Proactivity Key in Rural Health

Posted on July 6, 2010

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At the NRHA Conference this year, keynote speaker Dr. Joycelyn Elders provided a top ten list of rural health concerns:

1)  Access to Quality Care

2) Cancer

3) Diabetes

4) Heart Disease

5) Maternal and Infant Care

6) Mental Health

7) Nutrition (Overweight / Obesity)

8) Oral Health

9) Substance Abuse

10) Tobacco Use

What I found interesting is that all but numbers one, two, five and six could be attributed to lifestyle, and most likely reduced or eliminated with education and preventative health. And, even many forms of cancer (#2) can be linked to lifestyle.

The health plight of rural citizens, however, is not so different from urban and suburban folk when considering it as a function of prevention. No matter how you slice the numbers, preventative care is most every American demographic’s bugaboo.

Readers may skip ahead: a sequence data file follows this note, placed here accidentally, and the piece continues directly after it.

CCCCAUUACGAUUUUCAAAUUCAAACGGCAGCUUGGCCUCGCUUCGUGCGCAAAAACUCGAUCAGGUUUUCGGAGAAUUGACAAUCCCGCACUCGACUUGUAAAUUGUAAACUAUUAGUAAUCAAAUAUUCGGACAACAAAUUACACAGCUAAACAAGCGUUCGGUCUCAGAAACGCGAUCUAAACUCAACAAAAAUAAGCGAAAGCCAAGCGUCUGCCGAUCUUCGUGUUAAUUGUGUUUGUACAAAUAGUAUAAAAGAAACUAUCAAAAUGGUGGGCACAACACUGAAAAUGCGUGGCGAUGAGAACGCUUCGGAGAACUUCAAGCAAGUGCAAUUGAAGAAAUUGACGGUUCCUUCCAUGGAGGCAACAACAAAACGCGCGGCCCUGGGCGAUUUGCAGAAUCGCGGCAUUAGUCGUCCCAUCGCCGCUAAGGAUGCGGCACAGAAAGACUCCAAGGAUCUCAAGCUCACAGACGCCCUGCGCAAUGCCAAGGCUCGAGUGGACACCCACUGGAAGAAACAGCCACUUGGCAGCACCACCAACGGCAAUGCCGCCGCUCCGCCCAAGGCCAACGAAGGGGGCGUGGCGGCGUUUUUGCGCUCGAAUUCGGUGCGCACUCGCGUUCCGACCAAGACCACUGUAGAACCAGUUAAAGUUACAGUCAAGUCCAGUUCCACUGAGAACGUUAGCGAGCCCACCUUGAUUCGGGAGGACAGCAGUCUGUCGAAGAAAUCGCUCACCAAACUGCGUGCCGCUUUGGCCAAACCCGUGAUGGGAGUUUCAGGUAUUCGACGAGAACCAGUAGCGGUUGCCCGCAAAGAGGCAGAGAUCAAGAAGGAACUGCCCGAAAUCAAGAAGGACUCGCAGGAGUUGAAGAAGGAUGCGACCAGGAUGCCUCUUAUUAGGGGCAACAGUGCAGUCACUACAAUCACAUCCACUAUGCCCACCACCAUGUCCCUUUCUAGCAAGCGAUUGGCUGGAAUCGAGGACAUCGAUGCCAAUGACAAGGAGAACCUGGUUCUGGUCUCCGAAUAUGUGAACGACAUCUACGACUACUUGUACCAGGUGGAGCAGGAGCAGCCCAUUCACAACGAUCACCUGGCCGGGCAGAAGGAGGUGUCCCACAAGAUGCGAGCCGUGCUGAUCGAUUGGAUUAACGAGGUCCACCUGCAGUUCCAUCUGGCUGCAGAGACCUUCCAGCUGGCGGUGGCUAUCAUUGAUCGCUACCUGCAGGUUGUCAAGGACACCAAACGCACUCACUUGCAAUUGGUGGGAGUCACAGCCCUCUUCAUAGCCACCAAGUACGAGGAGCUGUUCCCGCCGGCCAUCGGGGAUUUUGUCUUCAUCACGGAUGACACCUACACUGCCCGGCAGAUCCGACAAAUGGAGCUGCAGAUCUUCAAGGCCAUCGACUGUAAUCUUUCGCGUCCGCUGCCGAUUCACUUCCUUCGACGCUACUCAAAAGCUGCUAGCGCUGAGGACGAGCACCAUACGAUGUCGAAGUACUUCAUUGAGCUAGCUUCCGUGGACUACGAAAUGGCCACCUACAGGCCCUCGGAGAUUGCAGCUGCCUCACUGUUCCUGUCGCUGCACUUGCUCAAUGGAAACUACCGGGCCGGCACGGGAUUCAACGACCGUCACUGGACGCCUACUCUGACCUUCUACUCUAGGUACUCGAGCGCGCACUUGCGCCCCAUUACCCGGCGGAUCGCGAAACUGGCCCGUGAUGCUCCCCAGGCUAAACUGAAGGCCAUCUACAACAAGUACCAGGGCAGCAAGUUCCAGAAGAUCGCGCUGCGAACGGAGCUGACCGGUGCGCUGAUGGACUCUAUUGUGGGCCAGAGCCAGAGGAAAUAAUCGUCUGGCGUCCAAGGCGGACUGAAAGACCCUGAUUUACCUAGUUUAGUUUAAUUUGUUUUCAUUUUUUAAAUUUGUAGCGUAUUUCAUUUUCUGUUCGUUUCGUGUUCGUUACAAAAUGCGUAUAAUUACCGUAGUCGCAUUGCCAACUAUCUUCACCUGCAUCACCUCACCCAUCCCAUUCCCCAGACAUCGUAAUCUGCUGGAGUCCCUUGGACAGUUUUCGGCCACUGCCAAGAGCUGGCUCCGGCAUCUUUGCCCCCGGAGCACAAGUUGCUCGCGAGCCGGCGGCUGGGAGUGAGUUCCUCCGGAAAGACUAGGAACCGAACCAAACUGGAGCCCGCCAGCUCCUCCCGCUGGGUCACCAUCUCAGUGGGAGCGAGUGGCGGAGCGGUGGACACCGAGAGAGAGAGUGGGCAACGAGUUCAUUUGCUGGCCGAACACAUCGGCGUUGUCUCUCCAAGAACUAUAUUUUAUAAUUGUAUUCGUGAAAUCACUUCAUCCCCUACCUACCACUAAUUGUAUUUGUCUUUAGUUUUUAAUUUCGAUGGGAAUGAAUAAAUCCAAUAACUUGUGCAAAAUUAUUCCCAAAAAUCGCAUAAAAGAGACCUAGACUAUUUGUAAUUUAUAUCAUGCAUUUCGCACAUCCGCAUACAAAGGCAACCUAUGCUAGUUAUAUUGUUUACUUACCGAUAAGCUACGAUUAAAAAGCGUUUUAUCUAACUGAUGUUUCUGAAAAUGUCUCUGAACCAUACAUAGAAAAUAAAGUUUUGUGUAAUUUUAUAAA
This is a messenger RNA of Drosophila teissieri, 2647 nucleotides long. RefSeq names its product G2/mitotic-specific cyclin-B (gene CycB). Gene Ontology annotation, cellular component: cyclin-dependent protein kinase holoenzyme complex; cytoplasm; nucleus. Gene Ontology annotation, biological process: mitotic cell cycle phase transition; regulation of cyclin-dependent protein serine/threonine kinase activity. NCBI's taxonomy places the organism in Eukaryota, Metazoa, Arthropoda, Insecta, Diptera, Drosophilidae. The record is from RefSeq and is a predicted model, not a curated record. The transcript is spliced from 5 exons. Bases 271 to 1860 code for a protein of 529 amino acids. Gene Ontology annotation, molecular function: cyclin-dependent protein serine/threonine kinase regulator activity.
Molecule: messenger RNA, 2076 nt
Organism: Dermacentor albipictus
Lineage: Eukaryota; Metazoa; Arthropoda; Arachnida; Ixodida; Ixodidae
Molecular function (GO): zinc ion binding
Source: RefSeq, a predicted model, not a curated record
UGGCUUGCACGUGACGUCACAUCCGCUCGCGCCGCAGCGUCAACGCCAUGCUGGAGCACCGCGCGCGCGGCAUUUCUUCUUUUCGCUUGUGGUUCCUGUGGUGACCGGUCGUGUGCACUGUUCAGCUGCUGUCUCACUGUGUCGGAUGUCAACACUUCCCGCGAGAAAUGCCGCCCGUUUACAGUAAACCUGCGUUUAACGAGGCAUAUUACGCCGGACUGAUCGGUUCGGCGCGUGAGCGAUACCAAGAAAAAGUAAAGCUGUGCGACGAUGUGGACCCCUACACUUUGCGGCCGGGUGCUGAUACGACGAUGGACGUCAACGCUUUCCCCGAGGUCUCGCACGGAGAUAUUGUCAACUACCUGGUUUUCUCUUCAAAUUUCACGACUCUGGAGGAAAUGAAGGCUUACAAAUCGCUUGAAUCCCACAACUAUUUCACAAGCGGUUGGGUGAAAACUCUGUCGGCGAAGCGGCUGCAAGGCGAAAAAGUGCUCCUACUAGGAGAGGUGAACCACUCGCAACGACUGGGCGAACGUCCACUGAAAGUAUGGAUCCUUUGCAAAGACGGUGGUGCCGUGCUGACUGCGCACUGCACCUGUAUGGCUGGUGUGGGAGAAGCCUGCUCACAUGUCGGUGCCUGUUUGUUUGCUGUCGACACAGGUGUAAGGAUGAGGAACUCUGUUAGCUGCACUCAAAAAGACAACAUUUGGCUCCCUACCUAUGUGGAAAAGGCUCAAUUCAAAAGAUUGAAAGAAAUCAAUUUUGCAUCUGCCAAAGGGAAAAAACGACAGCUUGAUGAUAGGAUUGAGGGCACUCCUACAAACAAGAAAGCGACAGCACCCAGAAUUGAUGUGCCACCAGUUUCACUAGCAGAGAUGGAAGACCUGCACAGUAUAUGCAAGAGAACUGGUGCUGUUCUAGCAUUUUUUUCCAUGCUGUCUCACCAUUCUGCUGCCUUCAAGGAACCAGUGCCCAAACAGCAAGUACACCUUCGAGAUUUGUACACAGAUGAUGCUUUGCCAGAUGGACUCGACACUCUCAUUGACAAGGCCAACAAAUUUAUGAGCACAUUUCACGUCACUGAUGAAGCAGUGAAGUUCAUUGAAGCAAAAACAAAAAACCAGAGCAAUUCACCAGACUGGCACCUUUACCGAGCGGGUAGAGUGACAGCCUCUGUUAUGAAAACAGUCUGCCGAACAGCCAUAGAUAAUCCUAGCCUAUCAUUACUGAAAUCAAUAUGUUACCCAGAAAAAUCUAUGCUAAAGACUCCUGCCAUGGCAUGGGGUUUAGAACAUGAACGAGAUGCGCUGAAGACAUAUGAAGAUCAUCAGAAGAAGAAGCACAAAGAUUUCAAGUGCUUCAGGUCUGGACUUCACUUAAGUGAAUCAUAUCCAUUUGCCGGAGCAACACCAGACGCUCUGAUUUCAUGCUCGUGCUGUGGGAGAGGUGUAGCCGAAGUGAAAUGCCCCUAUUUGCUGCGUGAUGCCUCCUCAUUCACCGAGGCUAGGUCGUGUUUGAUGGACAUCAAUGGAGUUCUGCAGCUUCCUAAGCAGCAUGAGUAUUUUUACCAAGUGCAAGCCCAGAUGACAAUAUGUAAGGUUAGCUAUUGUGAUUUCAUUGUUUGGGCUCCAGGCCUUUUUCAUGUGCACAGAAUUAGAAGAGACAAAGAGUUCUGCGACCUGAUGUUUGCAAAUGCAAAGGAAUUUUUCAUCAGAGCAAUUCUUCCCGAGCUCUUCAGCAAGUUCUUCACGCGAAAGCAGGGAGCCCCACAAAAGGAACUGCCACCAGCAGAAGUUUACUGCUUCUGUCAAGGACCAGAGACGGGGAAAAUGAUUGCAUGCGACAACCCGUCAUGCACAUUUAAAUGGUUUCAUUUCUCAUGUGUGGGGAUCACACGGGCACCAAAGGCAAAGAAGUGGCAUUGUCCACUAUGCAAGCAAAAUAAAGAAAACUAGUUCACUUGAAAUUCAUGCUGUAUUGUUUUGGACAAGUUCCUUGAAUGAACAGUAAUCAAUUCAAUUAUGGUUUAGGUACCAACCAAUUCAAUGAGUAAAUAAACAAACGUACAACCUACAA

Prevention is difficult to achieve in the same way a New Year’s resolution to ‘work out’ is:  unless the behavior causes immediate relief from an uncomfortable situation, it is very difficult to affect behavior in most people—even more so when the comfort of routine is considered. Like anything else, it takes personal drive to want to change.

Proactivity, which is a learned action and self-managed through motivation, is a good way to prevent emergencies on personal and professional levels. As an architect, I want to take on the challenge of creating projects that elicit the desire of patients to change, provide hope, and make people not only comfortable in their treatment environment, but willing to come back—even when they ‘feel good’. Proactivity is the goal.

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Posted in: Rural Healthcare